11 killed in stampede as Afghans seek Pakistan visas

Afghans bring a man injured in a stampede to a hospital, © AP/Press Association Images
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By Tameem Akhgar, Associated Press

At least 11 women were trampled to death when a stampede broke out among thousands of Afghans waiting in a football stadium to get visas to leave the country, officials said.

Governor Attaullah Khogyani said 13 other people, mostly women, were injured at the stadium in eastern Nangarhar province, where they were trying to get visas to enter neighbouring Pakistan.

He said most of those who died were elderly people from across Afghanistan.

Afghans wait to collect their passports with Pakistani visas in the city of Jalalabad east of Kabul, Afghanistan (Wali Sabawoon/AP)

In a separate incident, at least 36 Afghan police were killed in an ambush by Taliban militants in northern Afghanistan, according to a local hospital official.

It was the deadliest attack since the Taliban and the Afghan government began holding long-delayed peace talks last month, part of a process launched under a deal signed between the United States and the insurgents in February.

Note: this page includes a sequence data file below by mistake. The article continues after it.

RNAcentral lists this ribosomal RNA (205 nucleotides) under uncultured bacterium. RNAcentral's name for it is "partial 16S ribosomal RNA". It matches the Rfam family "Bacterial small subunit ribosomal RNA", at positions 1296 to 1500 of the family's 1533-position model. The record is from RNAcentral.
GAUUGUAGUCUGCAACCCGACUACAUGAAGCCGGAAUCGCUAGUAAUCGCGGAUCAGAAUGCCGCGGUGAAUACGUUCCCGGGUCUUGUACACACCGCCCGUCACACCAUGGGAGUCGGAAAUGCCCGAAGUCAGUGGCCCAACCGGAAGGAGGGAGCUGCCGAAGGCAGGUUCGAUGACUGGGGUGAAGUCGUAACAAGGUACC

The talks are seen as the country’s best chance for peace after decades of war.

Rahim Bakhish Danish, director of the main hospital in Takhar province, confirmed receiving 36 bodies and said another eight security force members were wounded.

An Afghan security official said the forces were in a convoy that was ambushed.

The official added that several police Humvees were set on fire.

Jawad Hijri, a spokesman for the provincial government, said the deputy police chief was among those killed.

Taliban spokesman Zabihullah Mujahid claimed responsibility for the attack.

Ashraf Ghani hit out at the Taliban during a parliament session in Kabul (Mariam Zuhaib/AP)

Afghan President Ashraf Ghani, speaking to Parliament, asked: “Why are the Taliban killing Afghans?”

He said the Taliban still believe in a “false narrative of conquest” after a spate of recent attacks, especially in Helmand province.

The Pakistani Consulate in Nangarhar was closed for almost eight months due to the coronavirus pandemic.

Anticipating a large crowd, officials decided to use the stadium and assigned 320 staff to help manage the process, Mr Khogyani said.

The Pakistani Embassy in Kabul said it has issued more than 19,000 visas in the past week alone after Islamabad approved a friendlier visa policy and reopened the border in September following months of closure.

Millions of Afghans have fled to Pakistan to escape war and economic hardship, while thousands travel back and forth for work and business, or to receive healthcare.

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